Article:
The Second Amendment and Gun Debate
To begin, look over the New York Times “6 Stories and Charts to Better Help You Understand Gun Violence.”
Make note of any of the data that surprises you, and for further discussion.
Part I: G is for Gun interviewees weigh in
Following is a montage of extra clips taken for G is for Gun that did not make it into the final film. Many of the people interviewed make reference to the Second Amendment, or more generally the debate about guns in American society. Watch each, and then consider the questions that follow.
What different views do you hear reflected here? Which do you find most compelling and why?
Now spend some time reading through the following report from the Pew Research Center, “America’s Complex Relationship With Guns: An In-Depth Look at Attitudes and Experiences of U.S. Adults” (2017):
Which, if any, of the findings do you find surprising? Which do you see reflected in the views expressed above? Choose one area of focus in the report and discuss how you see either gun-control or gun-rights advocates using these statistics to their benefit.
Part II: Deeper Dive – Focus on the Second Amendment
For an overview of the history of the Second Amendment and how it has been interpreted, read the following brief piece on History.com:
In what ways did two major Supreme Court decisions (District of Columbia v. Heller in 2008, and McDonald v. Chicago in 2010) change the interpretation of the Second Amendment?
Listen to the following podcast on the Second Amendment and its role in the ongoing gun debate produced New York Times The Daily:
Part III: Deeper Dive – The History and Power of the N.R.A.
Watch the following brief video “How the NRA Went from Gun Club to Gun Lobby,” produced for NewYorker.com on the history of the N.R.A., and consider the question that follows.
In what ways did the focus and function of the NRA change from its inception in 1871 to current day? According to this video, what were the major causes of these shifts?
To learn more about the evolution of the NRA, listen to the podcast “The Long Evolution of the N.R.A.,” produced by Oliver Lazarus for PRI’s show The Takeaway (21minutes). The podcast features Adam Winkler, author of the book “Gun Fight: The Battle Over the Right to Bear Arms in America,” and professor of constitutional law at UCLA.
One of the points Winkler makes is that often the gun debate in American culture centers less on the Second Amendment, and more on “culture wars.” What does he mean by this? What are the stereotypes, culturally, of gun-control advocates? What are the stereotypes, culturally, of gun-rights advocates?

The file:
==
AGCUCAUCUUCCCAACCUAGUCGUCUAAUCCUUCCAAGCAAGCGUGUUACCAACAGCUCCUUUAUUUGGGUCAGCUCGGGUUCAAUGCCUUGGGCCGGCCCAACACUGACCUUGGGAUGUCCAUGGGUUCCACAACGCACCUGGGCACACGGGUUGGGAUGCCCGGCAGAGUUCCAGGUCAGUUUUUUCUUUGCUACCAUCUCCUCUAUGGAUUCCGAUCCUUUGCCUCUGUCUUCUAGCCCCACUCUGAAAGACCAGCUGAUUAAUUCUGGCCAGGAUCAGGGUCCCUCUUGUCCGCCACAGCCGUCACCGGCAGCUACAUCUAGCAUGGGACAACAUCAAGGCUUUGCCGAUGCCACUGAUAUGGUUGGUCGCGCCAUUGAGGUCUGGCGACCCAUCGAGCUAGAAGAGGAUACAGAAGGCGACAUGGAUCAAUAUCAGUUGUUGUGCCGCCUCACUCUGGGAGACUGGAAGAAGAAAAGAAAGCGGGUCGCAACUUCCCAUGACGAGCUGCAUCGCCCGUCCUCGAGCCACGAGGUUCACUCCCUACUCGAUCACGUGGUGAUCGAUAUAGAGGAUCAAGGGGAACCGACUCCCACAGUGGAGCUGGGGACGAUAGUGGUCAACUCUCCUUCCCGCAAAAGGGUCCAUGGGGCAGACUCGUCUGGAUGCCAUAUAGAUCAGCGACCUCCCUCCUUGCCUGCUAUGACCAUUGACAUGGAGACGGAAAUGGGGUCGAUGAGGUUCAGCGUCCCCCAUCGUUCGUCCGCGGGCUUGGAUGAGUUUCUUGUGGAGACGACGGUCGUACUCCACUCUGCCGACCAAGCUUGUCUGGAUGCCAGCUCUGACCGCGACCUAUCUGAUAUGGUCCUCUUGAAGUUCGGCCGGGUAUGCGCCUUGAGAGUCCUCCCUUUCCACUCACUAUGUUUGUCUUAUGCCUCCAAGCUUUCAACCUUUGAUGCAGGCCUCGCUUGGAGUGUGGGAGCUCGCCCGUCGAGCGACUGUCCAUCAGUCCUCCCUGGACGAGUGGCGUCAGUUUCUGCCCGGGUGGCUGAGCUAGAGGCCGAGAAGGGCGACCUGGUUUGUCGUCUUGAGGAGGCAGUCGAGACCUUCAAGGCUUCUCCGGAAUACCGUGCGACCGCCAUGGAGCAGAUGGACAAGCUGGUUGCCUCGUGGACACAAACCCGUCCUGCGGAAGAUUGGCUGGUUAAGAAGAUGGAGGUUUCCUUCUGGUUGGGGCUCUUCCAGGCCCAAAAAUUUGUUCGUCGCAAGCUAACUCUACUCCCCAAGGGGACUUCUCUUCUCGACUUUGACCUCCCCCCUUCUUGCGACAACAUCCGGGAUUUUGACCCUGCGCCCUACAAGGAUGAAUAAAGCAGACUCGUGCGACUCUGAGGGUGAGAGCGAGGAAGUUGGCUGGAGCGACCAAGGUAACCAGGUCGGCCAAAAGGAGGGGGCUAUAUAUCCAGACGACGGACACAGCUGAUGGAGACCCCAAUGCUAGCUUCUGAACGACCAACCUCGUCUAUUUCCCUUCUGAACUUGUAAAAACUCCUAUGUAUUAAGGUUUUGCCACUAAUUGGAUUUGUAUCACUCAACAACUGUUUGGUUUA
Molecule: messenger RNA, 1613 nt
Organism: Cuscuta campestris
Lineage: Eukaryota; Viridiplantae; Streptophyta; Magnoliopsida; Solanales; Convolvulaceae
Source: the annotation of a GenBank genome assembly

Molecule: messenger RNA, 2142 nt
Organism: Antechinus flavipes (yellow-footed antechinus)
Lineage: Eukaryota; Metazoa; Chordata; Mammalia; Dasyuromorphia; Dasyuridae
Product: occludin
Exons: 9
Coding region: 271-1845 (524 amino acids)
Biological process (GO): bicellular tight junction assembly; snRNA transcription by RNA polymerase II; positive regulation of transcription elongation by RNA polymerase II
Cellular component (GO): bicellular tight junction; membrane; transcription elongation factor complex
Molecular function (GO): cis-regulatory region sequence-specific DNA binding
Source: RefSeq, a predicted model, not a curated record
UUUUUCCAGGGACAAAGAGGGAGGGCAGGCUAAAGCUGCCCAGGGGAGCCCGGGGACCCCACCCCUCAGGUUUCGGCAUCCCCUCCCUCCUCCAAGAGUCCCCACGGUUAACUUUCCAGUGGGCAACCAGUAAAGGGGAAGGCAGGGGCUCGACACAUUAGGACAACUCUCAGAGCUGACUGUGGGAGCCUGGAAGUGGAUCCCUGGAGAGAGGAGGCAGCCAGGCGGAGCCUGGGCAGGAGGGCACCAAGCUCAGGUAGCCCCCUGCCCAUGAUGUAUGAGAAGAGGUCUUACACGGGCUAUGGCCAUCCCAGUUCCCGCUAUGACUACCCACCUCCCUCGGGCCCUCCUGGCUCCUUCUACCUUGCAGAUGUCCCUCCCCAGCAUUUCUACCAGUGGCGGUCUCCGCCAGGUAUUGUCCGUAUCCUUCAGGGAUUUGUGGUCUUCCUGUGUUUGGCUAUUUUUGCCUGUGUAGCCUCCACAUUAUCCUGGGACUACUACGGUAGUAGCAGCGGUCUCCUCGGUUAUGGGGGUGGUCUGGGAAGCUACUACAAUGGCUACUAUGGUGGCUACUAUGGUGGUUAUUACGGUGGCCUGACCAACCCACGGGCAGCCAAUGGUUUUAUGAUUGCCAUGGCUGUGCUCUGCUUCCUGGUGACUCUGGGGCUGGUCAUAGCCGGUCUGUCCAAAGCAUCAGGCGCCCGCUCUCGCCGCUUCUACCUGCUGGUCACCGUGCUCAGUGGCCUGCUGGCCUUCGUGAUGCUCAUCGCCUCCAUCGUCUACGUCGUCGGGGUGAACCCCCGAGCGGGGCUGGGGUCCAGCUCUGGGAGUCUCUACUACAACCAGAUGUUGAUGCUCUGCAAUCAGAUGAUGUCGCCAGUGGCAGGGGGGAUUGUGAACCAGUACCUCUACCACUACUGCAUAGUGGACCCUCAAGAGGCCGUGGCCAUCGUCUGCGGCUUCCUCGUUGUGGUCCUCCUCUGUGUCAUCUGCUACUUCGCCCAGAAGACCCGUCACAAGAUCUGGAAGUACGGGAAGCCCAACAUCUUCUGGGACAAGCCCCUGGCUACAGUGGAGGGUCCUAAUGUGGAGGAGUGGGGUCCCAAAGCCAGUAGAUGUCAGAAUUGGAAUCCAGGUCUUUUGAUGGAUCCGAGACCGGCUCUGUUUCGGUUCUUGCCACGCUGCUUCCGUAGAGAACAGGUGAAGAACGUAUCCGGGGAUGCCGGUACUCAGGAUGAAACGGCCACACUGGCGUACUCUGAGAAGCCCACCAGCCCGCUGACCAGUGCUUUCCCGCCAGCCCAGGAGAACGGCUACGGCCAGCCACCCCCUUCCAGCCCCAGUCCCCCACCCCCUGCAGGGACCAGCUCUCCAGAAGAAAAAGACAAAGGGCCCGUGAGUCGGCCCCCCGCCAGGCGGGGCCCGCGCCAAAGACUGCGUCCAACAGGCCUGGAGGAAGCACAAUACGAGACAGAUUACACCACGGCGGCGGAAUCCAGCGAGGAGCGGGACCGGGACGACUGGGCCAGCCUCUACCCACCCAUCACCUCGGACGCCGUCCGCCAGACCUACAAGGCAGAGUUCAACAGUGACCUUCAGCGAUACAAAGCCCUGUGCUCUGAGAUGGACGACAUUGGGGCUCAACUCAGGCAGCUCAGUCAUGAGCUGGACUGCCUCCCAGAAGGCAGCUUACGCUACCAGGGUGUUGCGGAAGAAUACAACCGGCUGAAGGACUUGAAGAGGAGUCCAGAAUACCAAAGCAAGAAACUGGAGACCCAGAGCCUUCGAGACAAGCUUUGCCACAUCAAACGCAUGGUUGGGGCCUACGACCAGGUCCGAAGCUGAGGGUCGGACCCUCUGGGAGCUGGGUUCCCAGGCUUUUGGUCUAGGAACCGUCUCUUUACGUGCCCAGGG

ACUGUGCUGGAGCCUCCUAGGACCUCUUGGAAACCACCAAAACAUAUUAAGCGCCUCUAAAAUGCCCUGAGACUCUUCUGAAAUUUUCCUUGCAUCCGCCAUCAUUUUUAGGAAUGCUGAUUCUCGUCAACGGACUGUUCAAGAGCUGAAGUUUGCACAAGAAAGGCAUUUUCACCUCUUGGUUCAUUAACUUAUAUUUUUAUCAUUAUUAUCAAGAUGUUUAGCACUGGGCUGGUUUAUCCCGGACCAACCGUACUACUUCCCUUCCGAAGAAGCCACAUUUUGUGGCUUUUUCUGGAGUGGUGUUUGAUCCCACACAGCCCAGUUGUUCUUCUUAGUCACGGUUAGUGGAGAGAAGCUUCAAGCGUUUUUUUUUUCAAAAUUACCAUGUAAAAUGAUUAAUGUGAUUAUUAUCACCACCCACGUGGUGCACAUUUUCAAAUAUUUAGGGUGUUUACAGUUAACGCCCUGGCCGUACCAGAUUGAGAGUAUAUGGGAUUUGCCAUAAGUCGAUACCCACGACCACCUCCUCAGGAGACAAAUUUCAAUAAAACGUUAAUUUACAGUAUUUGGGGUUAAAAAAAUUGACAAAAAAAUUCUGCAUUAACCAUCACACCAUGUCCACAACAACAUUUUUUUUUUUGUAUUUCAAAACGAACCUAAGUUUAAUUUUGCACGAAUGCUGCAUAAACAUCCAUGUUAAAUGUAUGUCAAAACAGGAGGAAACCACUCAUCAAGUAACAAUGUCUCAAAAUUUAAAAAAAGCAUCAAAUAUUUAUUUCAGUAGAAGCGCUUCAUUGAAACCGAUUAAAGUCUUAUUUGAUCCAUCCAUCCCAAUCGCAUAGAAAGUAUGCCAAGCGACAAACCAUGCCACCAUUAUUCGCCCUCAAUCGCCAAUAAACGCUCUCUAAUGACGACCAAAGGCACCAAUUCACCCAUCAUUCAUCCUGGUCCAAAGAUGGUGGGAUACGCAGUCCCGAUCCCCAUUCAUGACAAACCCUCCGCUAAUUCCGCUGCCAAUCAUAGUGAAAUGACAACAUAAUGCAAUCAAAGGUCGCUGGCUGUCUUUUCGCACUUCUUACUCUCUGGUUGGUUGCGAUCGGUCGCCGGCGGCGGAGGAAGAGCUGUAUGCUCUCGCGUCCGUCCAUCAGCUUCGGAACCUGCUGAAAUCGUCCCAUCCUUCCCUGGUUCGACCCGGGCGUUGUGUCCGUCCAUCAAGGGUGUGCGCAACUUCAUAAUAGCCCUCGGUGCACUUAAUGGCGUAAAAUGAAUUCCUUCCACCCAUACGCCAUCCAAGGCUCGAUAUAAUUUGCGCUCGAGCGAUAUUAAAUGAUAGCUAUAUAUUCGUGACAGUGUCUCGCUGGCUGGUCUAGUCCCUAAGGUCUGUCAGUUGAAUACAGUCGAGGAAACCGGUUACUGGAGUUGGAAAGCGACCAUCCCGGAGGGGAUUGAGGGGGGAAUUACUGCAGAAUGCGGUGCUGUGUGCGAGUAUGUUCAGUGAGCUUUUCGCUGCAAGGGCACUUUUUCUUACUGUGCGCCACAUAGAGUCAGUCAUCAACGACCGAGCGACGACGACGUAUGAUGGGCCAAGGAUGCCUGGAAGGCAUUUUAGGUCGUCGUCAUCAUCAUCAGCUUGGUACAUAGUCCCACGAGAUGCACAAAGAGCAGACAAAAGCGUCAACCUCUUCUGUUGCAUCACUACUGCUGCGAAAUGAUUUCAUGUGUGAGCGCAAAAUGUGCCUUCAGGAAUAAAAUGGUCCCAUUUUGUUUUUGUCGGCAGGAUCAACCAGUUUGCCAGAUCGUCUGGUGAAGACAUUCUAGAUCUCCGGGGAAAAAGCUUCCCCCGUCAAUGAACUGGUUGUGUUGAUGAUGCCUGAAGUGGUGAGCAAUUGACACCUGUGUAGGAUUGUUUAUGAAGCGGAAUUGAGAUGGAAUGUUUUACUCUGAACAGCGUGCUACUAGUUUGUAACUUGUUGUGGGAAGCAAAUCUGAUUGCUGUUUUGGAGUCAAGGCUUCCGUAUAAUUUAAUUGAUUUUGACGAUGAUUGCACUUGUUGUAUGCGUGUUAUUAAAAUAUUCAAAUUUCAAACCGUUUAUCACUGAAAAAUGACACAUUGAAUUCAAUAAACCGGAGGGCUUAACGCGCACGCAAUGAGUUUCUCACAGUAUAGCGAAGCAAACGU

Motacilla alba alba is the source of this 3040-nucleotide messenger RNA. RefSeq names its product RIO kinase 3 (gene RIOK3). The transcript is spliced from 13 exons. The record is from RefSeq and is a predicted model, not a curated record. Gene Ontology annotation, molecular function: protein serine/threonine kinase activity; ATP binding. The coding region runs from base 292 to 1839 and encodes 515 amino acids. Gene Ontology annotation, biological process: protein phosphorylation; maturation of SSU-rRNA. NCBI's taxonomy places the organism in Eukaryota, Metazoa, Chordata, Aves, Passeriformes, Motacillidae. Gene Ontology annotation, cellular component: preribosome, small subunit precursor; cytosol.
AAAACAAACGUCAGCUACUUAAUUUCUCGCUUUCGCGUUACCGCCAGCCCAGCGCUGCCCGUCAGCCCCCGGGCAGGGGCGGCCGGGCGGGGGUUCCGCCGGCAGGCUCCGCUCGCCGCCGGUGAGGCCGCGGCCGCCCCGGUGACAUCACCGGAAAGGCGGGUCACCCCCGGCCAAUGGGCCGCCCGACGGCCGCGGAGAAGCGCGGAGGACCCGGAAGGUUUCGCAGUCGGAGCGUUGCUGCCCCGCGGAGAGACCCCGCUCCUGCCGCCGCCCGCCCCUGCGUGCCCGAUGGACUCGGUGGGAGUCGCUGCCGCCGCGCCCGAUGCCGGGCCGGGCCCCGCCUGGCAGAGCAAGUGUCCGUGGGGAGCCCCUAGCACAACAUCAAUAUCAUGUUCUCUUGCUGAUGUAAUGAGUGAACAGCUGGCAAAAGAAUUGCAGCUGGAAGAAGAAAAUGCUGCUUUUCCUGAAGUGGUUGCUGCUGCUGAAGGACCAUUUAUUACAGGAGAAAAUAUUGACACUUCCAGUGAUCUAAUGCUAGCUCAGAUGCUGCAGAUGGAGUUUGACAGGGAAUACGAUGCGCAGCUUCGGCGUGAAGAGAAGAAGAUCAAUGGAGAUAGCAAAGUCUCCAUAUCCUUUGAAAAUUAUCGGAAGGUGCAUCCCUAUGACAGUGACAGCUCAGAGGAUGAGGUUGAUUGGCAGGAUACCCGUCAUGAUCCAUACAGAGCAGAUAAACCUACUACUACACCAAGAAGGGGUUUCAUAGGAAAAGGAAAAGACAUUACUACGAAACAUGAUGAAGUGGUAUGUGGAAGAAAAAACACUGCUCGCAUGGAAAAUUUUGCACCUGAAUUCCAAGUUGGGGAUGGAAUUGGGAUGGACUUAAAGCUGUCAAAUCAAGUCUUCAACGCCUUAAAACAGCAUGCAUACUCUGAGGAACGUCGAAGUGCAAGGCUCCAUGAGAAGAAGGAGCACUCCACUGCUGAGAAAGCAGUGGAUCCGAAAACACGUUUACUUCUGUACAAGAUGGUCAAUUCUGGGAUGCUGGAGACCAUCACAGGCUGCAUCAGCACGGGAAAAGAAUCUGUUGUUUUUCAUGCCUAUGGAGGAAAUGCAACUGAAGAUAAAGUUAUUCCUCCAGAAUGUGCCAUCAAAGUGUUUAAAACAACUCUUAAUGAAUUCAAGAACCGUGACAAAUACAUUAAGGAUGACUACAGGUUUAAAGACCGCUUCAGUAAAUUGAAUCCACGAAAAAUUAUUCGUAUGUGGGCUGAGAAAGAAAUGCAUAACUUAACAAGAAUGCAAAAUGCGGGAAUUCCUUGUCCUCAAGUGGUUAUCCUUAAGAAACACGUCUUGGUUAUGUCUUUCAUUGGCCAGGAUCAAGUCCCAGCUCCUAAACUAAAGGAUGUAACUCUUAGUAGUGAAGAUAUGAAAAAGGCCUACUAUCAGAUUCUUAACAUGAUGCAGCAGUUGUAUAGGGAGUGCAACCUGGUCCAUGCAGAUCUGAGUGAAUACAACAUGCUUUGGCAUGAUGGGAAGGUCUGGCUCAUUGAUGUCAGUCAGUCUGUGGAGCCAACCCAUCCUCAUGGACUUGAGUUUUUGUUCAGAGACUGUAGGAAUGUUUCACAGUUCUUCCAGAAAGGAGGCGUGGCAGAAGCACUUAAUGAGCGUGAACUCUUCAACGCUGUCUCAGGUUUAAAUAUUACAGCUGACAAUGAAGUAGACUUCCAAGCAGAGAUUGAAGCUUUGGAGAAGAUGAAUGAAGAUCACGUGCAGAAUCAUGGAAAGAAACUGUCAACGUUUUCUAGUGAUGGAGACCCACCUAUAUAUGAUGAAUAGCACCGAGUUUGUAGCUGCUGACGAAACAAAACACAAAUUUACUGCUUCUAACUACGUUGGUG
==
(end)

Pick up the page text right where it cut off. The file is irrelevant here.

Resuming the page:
Part IV: Deeper Dive – The Gun Debate and Race
The history of the gun legislation is deeply tied to the history of race in the United States, adding more complexity to the gun debate.
To begin, read this 2014 article from The Washington Post – “The racial divide in America’s gun deaths,” by Roberto Ferdman – that cites statistics about gun violence and race:
The history of gun control has always had racial underpinnings. Watch the following video produced for Aljazeera.com:
The #NeverAgain movement launched by the Parkland survivors of the most recent school massacre has highlighted racial disparities in the public’s willingness to listen to gun-control advocates. Read this article and watch the accompanying video from CNN’s reporting on black students from Marjory Stoneman Douglas High.
Also read this article from Teen Vogue, by Lincoln Anthony Blades, which echoes similar sentiments and provides more information (with links) about the many groups that have been active around this issue for quite some time.
Finally, read the following article written for The Intercept by Natasha Lennard: “Gun Control Has Always Been Racist – That Doesn’t Mean We Shouldn’t Support the Parkland Students’ Movement,” March 1, 2018.
What distinctions does the author of the last article make between the left and the far left in relation to gun control and race?
What has driven the overwhelming support for and attention to the white teenagers of Parkland, Florida, when so many young people of color fighting against gun violence have been largely ignored for years? What can be done about this disparity?